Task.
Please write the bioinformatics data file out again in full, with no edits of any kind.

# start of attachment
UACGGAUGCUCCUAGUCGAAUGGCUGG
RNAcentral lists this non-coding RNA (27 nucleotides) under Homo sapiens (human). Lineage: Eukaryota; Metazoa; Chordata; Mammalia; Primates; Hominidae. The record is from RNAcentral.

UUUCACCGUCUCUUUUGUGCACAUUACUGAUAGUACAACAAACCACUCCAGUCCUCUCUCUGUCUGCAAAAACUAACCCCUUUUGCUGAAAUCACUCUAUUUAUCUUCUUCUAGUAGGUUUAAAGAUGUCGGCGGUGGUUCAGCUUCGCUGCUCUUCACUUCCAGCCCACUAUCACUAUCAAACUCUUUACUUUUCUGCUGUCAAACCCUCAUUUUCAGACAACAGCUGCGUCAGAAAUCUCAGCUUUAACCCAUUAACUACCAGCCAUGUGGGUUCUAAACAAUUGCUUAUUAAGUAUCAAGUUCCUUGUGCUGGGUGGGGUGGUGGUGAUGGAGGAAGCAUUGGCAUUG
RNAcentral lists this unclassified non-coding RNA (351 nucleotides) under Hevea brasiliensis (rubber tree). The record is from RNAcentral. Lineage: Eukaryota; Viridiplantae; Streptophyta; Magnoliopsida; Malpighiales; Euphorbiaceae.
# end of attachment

UACGGAUGCUCCUAGUCGAAUGGCUGG
RNAcentral lists this non-coding RNA (27 nucleotides) under Homo sapiens (human). Lineage: Eukaryota; Metazoa; Chordata; Mammalia; Primates; Hominidae. The record is from RNAcentral.

UUUCACCGUCUCUUUUGUGCACAUUACUGAUAGUACAACAAACCACUCCAGUCCUCUCUCUGUCUGCAAAAACUAACCCCUUUUGCUGAAAUCACUCUAUUUAUCUUCUUCUAGUAGGUUUAAAGAUGUCGGCGGUGGUUCAGCUUCGCUGCUCUUCACUUCCAGCCCACUAUCACUAUCAAACUCUUUACUUUUCUGCUGUCAAACCCUCAUUUUCAGACAACAGCUGCGUCAGAAAUCUCAGCUUUAACCCAUUAACUACCAGCCAUGUGGGUUCUAAACAAUUGCUUAUUAAGUAUCAAGUUCCUUGUGCUGGGUGGGGUGGUGGUGAUGGAGGAAGCAUUGGCAUUG
RNAcentral lists this unclassified non-coding RNA (351 nucleotides) under Hevea brasiliensis (rubber tree). The record is from RNAcentral. Lineage: Eukaryota; Viridiplantae; Streptophyta; Magnoliopsida; Malpighiales; Euphorbiaceae.